Technology plays a central role in the digital economy. Behind the scenes, state-of-the-art algorithms guide the communication and transportation devices we all use.
As an artist (a music engineer/clothing designer), the design and innovation involved with technology excite me the most. I’m intrigued by the complexity of the systems that govern our technologically enabled world, and I am inspired to further my education in the technology field.
One thing I’ve realized thus far in my career is that no matter what you want to achieve – whether you want to be a software engineer or an IT pioneer at a Silicon Valley start-up company – you need to know why you do what you do.
Your “why” is what inspires you to learn and what continues to push you forward, even when you encounter challenges or roadblocks. My “why” is the feeling I had in my first semester, returning as an adult student with a renewed sense of career clarity. Learning to code was brutal at times; the system would reject error after error in my syntax. But no matter how many times the system corrected my efforts, I didn’t give up. I kept going because I’m truly passionate about furthering my education.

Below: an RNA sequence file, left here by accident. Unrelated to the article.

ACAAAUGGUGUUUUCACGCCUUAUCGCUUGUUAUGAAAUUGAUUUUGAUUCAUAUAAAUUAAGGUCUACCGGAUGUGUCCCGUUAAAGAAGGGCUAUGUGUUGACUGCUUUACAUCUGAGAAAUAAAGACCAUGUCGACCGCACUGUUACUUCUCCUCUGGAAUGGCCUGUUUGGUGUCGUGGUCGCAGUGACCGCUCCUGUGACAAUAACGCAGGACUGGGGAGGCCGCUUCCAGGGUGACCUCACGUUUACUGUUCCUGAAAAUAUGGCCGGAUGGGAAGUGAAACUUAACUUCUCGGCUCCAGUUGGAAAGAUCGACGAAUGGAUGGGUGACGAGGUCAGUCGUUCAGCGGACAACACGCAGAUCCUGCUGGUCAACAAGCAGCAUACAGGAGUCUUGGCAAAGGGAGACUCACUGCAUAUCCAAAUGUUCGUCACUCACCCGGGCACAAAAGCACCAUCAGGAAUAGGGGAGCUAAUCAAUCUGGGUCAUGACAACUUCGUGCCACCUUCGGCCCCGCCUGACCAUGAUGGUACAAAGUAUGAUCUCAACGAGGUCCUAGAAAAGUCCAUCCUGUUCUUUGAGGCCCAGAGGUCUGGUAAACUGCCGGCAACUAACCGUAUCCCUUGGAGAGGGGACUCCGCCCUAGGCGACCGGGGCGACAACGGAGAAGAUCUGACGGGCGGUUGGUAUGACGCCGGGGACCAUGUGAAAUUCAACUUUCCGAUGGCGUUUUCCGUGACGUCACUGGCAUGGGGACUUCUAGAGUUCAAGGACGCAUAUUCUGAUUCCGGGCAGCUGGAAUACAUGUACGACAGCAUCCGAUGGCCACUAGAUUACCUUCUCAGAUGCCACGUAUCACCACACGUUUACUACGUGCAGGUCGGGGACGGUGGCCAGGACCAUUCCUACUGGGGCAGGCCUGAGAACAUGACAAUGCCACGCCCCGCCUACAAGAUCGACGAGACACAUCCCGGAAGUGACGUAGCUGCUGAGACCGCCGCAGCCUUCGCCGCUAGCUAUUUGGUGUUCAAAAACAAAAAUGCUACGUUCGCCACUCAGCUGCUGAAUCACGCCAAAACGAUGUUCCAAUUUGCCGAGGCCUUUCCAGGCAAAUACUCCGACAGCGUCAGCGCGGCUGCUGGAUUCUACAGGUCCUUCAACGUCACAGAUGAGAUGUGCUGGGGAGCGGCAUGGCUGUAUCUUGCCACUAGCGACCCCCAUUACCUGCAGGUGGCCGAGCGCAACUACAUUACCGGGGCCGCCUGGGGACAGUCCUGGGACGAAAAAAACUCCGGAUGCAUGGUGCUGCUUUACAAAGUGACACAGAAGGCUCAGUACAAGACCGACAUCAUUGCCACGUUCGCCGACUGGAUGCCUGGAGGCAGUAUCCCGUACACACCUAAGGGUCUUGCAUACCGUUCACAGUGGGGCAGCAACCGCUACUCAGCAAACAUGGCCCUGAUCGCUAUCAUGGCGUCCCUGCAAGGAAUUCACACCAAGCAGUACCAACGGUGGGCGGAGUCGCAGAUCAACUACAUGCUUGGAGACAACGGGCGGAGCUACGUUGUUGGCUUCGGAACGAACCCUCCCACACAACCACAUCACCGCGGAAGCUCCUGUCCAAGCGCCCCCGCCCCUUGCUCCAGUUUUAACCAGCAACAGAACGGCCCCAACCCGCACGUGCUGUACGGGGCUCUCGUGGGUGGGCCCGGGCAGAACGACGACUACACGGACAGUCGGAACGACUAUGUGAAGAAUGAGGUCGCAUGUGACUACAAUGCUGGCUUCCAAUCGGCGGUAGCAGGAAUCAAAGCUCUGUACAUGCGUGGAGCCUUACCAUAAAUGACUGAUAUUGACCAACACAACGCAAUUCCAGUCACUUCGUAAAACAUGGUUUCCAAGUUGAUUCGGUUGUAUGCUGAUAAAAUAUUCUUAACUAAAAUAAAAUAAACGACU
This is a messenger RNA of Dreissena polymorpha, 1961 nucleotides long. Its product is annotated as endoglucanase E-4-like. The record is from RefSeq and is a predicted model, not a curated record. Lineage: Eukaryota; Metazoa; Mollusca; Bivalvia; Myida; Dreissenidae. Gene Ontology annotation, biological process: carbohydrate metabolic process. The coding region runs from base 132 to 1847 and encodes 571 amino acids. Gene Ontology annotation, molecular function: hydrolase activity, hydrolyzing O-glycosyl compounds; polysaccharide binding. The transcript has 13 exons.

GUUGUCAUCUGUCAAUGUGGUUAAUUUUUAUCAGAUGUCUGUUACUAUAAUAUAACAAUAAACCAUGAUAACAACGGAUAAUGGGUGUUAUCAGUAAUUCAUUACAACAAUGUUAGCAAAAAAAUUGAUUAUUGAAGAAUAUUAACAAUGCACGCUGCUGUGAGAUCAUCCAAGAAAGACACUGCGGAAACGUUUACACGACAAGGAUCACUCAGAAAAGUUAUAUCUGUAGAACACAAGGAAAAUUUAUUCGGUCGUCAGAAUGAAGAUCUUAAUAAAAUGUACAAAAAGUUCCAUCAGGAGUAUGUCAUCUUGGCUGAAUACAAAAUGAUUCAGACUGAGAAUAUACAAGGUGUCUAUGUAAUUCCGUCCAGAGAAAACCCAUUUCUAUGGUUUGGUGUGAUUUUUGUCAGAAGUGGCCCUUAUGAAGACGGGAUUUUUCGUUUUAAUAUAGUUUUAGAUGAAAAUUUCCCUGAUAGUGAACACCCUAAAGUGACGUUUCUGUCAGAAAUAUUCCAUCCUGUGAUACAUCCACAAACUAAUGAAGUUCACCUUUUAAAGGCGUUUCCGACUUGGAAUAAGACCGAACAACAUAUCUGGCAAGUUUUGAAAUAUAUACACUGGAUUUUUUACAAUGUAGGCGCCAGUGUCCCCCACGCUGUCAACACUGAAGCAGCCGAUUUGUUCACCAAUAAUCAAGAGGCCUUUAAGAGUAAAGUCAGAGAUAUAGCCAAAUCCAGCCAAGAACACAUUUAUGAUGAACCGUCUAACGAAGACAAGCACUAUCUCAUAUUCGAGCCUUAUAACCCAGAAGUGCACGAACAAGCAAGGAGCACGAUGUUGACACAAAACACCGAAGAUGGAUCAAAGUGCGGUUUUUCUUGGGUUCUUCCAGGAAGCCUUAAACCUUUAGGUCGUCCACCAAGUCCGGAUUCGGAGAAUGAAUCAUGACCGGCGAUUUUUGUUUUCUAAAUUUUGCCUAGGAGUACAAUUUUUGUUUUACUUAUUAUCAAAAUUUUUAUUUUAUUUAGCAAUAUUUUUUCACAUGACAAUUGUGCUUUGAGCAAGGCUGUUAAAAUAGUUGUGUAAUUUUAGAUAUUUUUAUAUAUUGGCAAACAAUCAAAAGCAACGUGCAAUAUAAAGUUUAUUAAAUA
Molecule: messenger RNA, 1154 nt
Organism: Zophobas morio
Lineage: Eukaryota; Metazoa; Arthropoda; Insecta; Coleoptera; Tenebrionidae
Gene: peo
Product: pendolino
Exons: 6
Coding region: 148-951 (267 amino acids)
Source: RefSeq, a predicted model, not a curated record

That’s how I know that earning a degree in technology is the right path for me. If reading about things like “Elliptic Curve Cryptography” doesn’t seem exciting to you, then perhaps computer science isn’t your professional lane!
Being an adult student is also a challenge at times, especially because there are many lifestyle distractions at this age. At the same time, I’m also learning some of the most complex programming languages out there. I'm most interested in Ruby-on-Rails and Linux because many top social media apps are built around Linux programming languages.
Despite the complexity of becoming an excellent programmer/engineer/troubleshooter, I keep striving for this fantastic goal because I genuinely have a thirst for knowledge. If I didn’t, the complexity of these programming languages would overwhelm me.
I believe that in order to achieve your educational goals, you need clarity of thought and an ability to amalgamate your strengths and passions to find a field you will thrive in. For example, if you major in finance you could become the next Ruth Porat (CFO of Google, and formerly the CFO of Morgan Stanley). Her consistent success suggests she’s passionate about her field.
My dream is to continue my education in hopes of obtaining a Ph.D. within ten years. After working for an amazing company that aligns with my goals and personality, I would like to build a highly successful business around the talents of myself and my most successful friends.